New House majority hits some turbulence

The House GOP majority hit some significant turbulence in its first week in charge, attracting negative headlines for not allowing amendments to the health repeal law and a bizarre chain of events that led to two of its members attempting to be sworn in by watching the ceremony on TV.

Democrats accused Republicans of hypocrisy after the House GOP indicated it would not allow amendments to next week's healthcare repeal vote. During an interview earlier this week on Fox News, host Greta Van Susteren repeatedly challenged Rules Committee Chairman David Dreier (R-Calif.) on the leadership's decision to have a straight up-or-down vote on repeal.

She said, "You promised that there would amendments to the rules, and right out of the box, you're not doing it."

Dreier disputed that assertion, noting that Democrats will be allowed to offer amendments at the committee level as the panels of jurisdiction attempt to devise an alternative later this year.

In his first press conference as Speaker on Thursday, Rep. John Boehner (R-Ohio) also was pressed by reporters on the issue.

He said, "I promised a more open process. I did not promise that every single bill would be an open bill."

Meanwhile, Democrats quickly pounced on the swearing-in snafu involving Reps. Pete Sessions (R-Texas) and Mike Fitzpatrick (R-Pa.) as they circulated provisions in the Constitution that stipulate that members must be present for the oath (except on "rare occasions," such as due to illness).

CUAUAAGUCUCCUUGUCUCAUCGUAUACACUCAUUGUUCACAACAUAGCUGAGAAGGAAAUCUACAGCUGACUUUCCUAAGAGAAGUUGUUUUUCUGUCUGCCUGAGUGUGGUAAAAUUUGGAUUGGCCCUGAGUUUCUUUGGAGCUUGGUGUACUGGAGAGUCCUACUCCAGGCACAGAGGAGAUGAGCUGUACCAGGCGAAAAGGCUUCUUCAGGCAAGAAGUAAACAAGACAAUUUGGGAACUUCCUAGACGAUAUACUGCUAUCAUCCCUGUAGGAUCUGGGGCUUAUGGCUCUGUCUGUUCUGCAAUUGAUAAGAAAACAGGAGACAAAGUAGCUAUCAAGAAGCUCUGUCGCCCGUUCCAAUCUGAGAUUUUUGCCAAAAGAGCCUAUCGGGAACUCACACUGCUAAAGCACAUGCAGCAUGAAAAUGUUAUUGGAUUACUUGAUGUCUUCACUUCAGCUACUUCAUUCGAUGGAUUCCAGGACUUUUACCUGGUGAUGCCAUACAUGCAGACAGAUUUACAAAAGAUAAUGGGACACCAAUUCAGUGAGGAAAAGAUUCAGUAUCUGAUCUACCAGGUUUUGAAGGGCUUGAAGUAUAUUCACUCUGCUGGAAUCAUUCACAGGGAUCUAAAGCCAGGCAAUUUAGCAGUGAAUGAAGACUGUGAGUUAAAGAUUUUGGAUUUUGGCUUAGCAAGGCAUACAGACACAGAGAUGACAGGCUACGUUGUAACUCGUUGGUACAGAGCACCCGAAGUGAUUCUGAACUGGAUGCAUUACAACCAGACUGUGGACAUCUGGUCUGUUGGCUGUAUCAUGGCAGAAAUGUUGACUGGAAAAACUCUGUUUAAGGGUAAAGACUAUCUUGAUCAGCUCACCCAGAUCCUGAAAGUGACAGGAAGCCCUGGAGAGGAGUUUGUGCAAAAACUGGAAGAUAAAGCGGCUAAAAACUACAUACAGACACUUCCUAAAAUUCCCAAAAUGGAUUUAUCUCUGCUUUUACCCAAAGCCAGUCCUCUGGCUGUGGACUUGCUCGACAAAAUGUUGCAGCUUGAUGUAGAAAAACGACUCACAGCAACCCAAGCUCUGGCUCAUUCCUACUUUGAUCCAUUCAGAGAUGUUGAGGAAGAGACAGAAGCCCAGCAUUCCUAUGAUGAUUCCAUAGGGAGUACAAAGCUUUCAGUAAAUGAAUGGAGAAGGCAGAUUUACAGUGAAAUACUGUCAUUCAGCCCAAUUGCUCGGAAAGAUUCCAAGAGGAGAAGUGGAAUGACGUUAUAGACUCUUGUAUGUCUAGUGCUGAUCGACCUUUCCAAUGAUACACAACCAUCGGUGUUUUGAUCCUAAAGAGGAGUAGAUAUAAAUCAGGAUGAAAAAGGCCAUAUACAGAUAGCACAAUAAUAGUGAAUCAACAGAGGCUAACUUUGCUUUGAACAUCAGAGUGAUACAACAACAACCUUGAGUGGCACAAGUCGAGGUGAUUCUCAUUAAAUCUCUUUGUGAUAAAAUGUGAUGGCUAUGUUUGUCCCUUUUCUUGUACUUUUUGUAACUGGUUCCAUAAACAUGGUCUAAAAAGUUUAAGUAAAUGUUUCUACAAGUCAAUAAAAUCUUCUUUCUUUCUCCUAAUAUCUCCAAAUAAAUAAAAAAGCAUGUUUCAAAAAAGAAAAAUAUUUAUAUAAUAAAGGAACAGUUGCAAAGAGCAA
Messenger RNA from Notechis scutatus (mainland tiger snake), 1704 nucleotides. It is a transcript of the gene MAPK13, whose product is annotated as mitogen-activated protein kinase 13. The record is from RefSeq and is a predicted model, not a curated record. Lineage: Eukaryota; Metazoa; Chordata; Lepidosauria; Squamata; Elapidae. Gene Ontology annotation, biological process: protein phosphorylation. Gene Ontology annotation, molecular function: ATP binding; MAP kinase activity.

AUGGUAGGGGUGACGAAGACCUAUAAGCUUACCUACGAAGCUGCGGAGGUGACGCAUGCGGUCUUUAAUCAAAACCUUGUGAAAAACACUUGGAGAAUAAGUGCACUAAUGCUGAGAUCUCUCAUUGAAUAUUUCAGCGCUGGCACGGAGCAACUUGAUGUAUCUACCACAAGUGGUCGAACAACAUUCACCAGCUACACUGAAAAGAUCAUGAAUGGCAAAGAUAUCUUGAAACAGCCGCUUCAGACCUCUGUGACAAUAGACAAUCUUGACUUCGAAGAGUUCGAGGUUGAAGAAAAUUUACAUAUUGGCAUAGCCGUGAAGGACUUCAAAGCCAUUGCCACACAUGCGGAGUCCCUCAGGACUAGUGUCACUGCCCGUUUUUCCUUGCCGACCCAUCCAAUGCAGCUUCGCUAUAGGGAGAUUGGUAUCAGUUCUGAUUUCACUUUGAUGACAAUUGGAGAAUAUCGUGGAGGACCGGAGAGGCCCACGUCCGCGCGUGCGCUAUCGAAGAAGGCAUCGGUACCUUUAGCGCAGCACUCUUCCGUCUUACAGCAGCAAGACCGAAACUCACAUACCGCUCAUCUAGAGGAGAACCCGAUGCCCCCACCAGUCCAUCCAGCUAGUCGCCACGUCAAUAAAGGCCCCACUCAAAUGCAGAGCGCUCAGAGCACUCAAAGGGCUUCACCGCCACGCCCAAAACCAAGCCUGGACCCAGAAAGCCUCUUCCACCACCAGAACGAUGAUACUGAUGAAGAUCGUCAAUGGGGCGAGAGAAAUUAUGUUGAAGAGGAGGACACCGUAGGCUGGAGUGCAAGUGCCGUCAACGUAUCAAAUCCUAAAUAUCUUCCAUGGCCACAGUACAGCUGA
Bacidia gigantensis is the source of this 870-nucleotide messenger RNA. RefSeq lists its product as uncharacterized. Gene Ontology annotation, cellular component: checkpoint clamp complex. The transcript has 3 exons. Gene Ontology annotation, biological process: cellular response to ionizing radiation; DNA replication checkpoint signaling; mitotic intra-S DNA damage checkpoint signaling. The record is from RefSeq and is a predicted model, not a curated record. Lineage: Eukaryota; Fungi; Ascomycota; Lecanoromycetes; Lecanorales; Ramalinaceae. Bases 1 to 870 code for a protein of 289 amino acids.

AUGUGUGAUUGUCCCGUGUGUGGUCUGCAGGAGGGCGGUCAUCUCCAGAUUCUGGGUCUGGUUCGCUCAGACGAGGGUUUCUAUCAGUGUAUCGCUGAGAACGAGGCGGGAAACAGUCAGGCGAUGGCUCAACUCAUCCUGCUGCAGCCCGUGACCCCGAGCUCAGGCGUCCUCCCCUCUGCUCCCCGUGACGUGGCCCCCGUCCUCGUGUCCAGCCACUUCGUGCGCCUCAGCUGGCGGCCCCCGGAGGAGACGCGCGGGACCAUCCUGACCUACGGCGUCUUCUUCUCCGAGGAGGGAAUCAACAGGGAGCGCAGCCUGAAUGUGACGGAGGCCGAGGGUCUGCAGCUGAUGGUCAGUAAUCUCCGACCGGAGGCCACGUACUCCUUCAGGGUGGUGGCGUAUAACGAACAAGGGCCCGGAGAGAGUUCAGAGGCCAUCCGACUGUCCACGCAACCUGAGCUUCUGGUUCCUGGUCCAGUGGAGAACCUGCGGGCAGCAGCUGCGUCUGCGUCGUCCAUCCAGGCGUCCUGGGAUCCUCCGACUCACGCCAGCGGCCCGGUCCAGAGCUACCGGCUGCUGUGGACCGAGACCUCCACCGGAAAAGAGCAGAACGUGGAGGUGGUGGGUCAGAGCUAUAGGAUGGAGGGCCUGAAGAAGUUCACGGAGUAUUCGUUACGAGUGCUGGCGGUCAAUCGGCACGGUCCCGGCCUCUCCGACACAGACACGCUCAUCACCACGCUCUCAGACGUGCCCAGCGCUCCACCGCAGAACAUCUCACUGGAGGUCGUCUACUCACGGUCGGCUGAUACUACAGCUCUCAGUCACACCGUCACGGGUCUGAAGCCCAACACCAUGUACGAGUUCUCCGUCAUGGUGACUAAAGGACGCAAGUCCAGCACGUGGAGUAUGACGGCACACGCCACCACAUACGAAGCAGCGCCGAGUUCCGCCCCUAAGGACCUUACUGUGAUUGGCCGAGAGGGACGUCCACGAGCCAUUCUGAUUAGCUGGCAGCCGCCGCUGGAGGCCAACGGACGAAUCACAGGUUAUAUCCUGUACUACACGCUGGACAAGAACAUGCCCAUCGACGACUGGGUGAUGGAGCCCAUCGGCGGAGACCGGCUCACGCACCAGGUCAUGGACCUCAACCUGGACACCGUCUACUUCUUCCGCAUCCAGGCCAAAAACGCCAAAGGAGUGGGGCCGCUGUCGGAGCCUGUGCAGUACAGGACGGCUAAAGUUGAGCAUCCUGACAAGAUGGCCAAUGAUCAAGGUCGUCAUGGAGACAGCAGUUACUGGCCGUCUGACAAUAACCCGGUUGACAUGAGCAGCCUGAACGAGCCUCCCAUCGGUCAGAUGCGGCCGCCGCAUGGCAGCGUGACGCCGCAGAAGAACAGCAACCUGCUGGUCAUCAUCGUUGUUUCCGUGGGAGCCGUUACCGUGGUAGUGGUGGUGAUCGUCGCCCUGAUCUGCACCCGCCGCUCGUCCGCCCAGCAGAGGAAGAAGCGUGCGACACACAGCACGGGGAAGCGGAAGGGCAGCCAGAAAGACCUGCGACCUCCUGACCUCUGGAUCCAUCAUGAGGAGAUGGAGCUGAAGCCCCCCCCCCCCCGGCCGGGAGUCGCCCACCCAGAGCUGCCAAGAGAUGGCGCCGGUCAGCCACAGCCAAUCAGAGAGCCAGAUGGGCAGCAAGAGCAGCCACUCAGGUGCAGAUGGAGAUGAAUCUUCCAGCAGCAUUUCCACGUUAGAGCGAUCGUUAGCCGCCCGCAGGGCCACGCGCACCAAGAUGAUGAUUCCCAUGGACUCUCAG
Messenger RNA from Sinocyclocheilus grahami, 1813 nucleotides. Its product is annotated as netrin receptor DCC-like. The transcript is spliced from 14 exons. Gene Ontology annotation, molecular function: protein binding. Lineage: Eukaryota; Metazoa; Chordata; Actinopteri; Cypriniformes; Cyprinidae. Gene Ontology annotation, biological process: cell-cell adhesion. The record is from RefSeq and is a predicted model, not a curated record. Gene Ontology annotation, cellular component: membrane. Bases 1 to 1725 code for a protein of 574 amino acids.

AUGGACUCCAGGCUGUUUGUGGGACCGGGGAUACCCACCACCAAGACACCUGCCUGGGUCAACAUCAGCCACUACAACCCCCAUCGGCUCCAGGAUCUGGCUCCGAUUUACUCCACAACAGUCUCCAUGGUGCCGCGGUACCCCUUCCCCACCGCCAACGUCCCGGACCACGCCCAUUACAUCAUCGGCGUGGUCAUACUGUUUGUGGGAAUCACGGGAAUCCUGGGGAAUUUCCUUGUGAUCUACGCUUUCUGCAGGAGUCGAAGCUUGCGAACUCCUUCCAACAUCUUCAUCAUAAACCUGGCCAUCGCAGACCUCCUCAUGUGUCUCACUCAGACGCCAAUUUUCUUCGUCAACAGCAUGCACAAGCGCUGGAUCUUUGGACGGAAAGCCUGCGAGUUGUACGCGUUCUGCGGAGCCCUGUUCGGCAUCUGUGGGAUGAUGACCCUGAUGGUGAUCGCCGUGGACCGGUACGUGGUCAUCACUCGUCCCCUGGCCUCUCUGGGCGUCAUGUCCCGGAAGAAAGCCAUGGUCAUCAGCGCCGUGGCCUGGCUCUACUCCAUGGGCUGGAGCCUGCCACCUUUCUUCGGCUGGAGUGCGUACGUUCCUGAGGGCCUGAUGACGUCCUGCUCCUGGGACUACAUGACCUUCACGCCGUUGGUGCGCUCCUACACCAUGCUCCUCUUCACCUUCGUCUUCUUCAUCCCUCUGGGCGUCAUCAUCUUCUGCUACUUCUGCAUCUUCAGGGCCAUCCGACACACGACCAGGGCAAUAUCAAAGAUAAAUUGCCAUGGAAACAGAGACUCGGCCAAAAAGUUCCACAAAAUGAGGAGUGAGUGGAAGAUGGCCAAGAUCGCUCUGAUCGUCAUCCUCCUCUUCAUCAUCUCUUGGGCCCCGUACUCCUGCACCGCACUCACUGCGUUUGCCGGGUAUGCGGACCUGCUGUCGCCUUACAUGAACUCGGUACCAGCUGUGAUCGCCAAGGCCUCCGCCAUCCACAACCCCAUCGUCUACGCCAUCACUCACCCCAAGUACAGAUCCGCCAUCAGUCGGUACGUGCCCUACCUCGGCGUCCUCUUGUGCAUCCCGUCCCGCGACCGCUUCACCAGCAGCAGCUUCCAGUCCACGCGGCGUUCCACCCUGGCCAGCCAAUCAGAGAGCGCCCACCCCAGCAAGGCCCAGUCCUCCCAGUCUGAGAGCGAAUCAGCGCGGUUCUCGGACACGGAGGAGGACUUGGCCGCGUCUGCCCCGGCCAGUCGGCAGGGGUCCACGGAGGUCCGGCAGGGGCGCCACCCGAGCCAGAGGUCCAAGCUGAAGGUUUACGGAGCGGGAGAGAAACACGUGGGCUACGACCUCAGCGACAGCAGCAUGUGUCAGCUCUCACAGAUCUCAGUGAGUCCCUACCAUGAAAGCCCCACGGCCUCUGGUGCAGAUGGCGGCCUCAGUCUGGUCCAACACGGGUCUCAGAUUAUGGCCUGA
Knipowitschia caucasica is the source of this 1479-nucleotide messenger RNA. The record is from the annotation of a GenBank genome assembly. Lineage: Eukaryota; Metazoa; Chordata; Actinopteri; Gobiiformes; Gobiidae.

Taking note of the House GOP majority's decision to read the Constitution aloud on the floor Thursday, the Democratic Congressional Campaign Committee (DCCC) issued a press release on the Sessions/Fitzpatrick controversy titled, "GOP: Don't Ignore the Constitution, Unless WE Ignore the Constitution."

Fitzpatrick, who defeated former Rep. Patrick Murphy (D-Pa.) in the fall, is a DCCC target in the coming cycle. Sessions is a member of GOP leadership who heads the National Republican Congressional Committee.

Republicans also had to grapple with a new cost estimate from the nonpartisan Congressional Budget Office (CBO) analysis stating that repealing the healthcare reform law would increase the deficit by $230 billion over the next decade.

Boehner strongly disputed CBO's finding on Thursday, saying, "I do not believe that repealing the job-killing health care law will increase the deficit."

Boehner's post-election transition to Speaker was relatively drama-free

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